Conquer the clutter in 2019

Another holiday season has come and gone. Hard to believe. Now it’s time to think about what you’re going to do with the extra socks, sweaters, dish towels, coffee mugs, scarves, books, Santa money clips and other items that were not on your Christmas wish list.

Chris Villa-Giroux, general manager at The Container Store at Town Square Las Vegas, said that when the house or any room feel uncomfortable with clutter and too much stuff, give him a call and he’ll help get you organized. He knows clutter is causing unnecessary stress and that your real Christmas wish is that it would all just go away.

Organizing and clutter go together so it’s helpful to find a working definition of clutter to aid in organizing. Clutter can be defined as: too much stuff in too small a space, anything that is no longer used or loved, or anything that leads to a feeling of disorganization. With those three rules as a guide, move from room to room removing everything that may fit the above definitions. But first, Villa-Giroux wants you to ask yourself a few questions.

“A person needs to determine what he or she wants as an end result,” he said. “Are you looking to organize what you have? Are you looking to toss things you don’t use anymore? What are you trying to accomplish and how will you do this in a way that it stays organized and is not just a quick fix?”

According to Villa-Giroux, closets and garages are typically the most challenging and difficult to organize as these are where most people store things they want out of sight.

“We can close a closet or garage door and make all the clutter disappear,” he said. “But that only works if you have no intention of using said space ever again. Figure out what the end goal is, come up with a game plan for everything that needs to be accomplished, and figure out who will be helping out and what their roles will be. Turn it into a family project and let everyone pitch in and make decisions on the things that stay or the things that go.

“When everyone contributes, there is more ownership in the project and everyone will want to stay organized because they played a part in cleaning it up. Have a goal and see how quickly you can hit that goal. And, if possible, make it fun.”

Begin by working from the to-do list. The hardest part is getting started, but even organizing one small closet is an accomplishment.

Villa-Giroux emphasizes that organizing does not need to become complicated. Getting started may depend on what area needs the most attention or how many people are working on the organization. As you build up small victories, the motivation becomes greater to begin tackling the harder cases of clutter in the home.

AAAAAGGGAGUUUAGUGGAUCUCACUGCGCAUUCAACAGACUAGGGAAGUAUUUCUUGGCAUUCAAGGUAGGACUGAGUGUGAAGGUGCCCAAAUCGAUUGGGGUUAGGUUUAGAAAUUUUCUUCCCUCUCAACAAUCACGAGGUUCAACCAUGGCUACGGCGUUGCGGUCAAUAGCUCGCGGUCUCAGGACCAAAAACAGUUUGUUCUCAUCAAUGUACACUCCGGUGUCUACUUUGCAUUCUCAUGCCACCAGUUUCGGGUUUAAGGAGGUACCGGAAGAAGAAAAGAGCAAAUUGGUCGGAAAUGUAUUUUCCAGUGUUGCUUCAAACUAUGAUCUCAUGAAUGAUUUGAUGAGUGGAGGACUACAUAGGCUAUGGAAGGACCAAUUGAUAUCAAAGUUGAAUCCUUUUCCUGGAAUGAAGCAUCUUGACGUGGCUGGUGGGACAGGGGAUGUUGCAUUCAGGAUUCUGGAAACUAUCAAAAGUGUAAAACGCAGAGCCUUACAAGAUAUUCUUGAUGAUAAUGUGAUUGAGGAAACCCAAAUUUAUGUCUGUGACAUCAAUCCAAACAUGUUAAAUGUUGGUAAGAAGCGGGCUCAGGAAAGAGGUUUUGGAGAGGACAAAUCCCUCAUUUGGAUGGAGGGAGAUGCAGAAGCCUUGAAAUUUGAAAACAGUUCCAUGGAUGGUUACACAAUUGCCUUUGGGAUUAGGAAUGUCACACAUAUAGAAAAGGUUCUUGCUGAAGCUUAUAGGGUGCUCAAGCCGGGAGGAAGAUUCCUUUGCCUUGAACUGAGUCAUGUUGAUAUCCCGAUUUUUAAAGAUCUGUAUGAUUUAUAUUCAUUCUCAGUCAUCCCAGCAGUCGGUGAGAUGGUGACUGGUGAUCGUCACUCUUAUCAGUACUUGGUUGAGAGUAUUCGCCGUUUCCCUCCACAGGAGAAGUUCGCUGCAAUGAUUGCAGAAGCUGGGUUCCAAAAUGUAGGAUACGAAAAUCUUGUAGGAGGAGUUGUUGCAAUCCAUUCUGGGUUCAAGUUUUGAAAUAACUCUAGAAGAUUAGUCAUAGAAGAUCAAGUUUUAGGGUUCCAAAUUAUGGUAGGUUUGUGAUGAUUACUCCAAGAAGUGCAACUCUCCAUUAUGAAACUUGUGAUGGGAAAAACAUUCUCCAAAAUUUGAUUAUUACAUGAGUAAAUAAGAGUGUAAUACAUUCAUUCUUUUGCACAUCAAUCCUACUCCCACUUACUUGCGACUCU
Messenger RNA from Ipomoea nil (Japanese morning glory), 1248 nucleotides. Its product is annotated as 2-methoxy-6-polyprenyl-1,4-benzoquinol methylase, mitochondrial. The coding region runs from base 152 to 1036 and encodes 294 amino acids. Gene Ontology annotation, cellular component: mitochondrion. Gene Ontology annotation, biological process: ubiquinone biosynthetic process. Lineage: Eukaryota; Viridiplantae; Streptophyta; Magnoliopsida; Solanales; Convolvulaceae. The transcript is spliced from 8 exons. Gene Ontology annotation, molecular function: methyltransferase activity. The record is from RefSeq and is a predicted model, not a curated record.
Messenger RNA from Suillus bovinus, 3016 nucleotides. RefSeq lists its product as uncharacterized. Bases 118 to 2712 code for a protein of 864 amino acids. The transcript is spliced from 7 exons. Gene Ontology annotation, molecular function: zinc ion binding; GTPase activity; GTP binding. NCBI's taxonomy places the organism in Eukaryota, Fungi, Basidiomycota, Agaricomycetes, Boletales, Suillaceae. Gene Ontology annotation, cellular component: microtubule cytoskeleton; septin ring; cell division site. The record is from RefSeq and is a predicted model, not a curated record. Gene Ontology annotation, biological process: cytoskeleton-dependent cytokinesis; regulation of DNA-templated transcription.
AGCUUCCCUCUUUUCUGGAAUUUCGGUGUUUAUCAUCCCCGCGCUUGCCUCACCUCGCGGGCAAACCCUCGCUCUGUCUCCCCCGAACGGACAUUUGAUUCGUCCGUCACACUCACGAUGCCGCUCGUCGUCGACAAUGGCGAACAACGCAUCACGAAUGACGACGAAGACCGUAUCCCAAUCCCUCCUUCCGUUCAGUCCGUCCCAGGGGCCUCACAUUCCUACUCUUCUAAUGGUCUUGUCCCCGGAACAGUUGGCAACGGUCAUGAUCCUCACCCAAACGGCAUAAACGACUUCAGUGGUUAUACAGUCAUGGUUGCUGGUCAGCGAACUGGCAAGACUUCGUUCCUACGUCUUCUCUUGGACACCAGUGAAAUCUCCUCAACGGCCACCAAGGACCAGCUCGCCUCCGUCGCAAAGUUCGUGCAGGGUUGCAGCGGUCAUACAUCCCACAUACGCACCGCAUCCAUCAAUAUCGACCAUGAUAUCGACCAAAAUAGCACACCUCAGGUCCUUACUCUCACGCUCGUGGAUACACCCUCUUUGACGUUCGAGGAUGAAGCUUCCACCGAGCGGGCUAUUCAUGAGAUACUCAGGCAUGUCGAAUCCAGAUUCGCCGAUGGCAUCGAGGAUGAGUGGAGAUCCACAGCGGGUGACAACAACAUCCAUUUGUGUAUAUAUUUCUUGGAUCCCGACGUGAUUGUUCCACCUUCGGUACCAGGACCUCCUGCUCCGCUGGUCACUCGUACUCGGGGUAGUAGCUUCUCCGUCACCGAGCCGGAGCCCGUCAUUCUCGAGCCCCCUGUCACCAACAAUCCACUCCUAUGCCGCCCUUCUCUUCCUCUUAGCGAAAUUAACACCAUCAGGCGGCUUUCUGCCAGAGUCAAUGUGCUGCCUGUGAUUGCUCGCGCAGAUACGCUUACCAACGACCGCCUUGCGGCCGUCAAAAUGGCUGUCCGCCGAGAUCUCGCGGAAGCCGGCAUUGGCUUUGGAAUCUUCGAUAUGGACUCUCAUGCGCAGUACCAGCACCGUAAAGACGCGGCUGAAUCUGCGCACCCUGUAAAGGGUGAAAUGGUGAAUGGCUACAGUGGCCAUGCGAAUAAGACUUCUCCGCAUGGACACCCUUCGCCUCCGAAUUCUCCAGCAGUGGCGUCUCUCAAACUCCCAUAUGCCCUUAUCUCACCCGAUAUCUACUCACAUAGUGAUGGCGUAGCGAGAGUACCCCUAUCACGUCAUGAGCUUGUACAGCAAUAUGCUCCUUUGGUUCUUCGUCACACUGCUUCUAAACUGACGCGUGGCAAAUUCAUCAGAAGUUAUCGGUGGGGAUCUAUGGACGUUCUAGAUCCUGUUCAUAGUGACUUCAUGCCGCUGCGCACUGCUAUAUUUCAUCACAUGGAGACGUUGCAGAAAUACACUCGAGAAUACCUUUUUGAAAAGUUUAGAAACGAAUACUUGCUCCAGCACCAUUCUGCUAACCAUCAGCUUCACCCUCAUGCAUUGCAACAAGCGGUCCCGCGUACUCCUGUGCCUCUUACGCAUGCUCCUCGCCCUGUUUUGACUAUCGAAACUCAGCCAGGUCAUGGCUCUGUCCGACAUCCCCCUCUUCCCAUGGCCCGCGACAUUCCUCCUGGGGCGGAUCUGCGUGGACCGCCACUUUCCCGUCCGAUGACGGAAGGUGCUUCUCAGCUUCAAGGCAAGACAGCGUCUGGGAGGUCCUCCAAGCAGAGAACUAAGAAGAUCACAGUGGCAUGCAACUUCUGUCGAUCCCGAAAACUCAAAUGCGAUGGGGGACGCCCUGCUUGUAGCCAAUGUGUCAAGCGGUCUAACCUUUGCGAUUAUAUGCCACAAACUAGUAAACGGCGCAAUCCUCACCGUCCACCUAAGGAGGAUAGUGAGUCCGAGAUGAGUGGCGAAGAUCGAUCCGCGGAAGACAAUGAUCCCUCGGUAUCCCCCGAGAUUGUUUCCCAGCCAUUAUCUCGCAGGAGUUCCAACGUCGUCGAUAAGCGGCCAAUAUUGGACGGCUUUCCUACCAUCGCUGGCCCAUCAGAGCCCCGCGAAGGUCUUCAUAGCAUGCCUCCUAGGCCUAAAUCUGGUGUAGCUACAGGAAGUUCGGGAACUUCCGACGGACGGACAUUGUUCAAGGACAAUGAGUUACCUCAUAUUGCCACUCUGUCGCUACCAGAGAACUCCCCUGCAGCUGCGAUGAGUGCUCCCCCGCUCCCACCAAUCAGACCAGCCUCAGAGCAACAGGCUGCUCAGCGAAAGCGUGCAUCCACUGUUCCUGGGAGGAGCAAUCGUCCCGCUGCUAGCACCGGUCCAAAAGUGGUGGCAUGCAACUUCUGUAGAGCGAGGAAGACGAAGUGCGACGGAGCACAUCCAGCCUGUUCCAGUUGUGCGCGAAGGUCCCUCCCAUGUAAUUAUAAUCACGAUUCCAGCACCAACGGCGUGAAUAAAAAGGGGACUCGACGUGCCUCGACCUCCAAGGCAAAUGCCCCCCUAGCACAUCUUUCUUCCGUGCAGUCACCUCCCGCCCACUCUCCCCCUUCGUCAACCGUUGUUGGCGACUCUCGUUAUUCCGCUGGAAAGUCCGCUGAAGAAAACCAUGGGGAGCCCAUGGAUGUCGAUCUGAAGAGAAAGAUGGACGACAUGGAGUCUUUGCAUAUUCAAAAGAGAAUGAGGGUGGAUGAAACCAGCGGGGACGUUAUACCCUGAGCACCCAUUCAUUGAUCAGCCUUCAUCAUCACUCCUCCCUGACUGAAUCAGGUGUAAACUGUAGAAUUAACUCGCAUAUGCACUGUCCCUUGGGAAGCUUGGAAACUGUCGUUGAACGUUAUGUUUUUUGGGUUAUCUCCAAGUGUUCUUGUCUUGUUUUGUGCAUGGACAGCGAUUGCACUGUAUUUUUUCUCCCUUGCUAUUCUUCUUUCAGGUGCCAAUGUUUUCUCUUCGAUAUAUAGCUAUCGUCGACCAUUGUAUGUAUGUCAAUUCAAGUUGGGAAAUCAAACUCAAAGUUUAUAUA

Villa-Giroux has these suggestions for the kitchen.

“The things you use most frequently should be the easiest to get to,” he said. “The things you rarely touch but want to keep should be back on a shelf or higher up in a pantry. Don’t think too heavily, or you may find yourself in a position where you can’t find the items you just organized.

“Clear, see-through containers are great for cereals and household ingredients you always have on hand like flour and sugar. This way you can quickly look in the pantry to see what you need when cooking or what you might need to pick up at the grocery store.”

At the same time, simply tossing or donating items that are broken, stained, ripped, outdated or have missing parts is paramount to the organization project. This might include broken kids’ toys, worn clothing and linens, old craft supplies, expired food, old makeup and broken jewelry, broken electronics and appliances, and all those expired coupons, restaurant menus, rubber bands and old keys that sit in the kitchen drawer.

“Whatever goals are set, make them realistic,” Villa-Giroux said. “What’s important is making sure everything has a home. Label items so everything always gets put back where it belongs.

“One smart plan is to go through your things once a year. If you haven’t used it, toss it except for things you keep for sentimental reasons. Always have an organized approach to your spaces so you don’t have to go in and do a formal deep clean every three or five years.”

Some of these habits will recur daily such as cleaning the kitchen after each meal or simply placing daily-use items (clothes, books, toys) back in their designated spaces. Developing a daily 15-minute routine brings on physical and mental freedom and ensures that the home does not slip back into the home it used to be.

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